A bachelor’s degree in social work (BSW) or a related field is the starting point for those interested in this profession. A BSW program typically takes four years to complete and provides a foundation in social work principles, human behavior, and generalist social work practice.
Most hospice and palliative care social workers hold a master’s degree in social work (MSW). MSW programs in California delve deeper into clinical social work practice, ethical considerations, and specialized areas, including palliative care and hospice. These programs typically take two years to complete, though some California schools and universities offer accelerated programs.
While not a formal requirement, many hospice social workers choose to pursue additional training or certification in palliative and hospice care. The NASW Specialty Certification program and the National Hospice and Palliative Care Organization (NHPCO) offer the bachelor’s level national certification Certified Hospice and Palliative Social Worker (CHP-SW) to demonstrate expertise in this field.
After completing an MSW program, aspiring social workers must obtain licensure to practice in their state. In California, licensing requirements include earning an MSW degree, passing the Board of Behavioral Science’s California Ethics Exam and the ASWB’s Clinical Exam, and completing 3,000 hours of supervised clinical practice.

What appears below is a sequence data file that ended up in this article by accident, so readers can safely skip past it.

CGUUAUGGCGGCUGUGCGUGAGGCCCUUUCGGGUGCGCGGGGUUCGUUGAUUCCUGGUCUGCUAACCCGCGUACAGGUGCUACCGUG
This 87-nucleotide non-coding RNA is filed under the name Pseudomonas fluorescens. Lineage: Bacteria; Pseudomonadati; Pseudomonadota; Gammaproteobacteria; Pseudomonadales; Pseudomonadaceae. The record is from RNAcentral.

Social workers in hospice and palliative care are encouraged to engage in continuing education to stay current with best practices and emerging research. This ongoing learning helps them provide the highest quality care to patients and their families, and in California, continuing education is required for obtaining and renewing licensure.
Salaries for Hospice & Palliative Care Social Workers in California
Health care social work salaries in California are the highest in the nation, with metro areas in the state paying average annual wages that exceed $100,000, according to the U.S. Bureau of Labor Statistics.
Other sources with information on hospice and palliative care social worker salaries include:
California Employment Development Department (EDD): The EDD in California may also provide information on employment and wage statistics for various professions in the state, including social workers. You can visit their website or contact their offices for the most up-to-date information. You can also visit CalJOBS or CalCareers to search for social work job opportunities with private, nonprofit, and state agencies.
Professional associations: The National Association of Social Workers (NASW) and the California Society for Clinical Social Work often conduct salary surveys and may provide information on average earnings for social workers in hospice and palliative care settings in California.
Salary data platforms: Salary.com, Glassdoor, Indeed, and Payscale provide salary information for California social workers. Search for “hospice social worker,” “licensed clinical social worker,” or “social worker” to find salary estimates.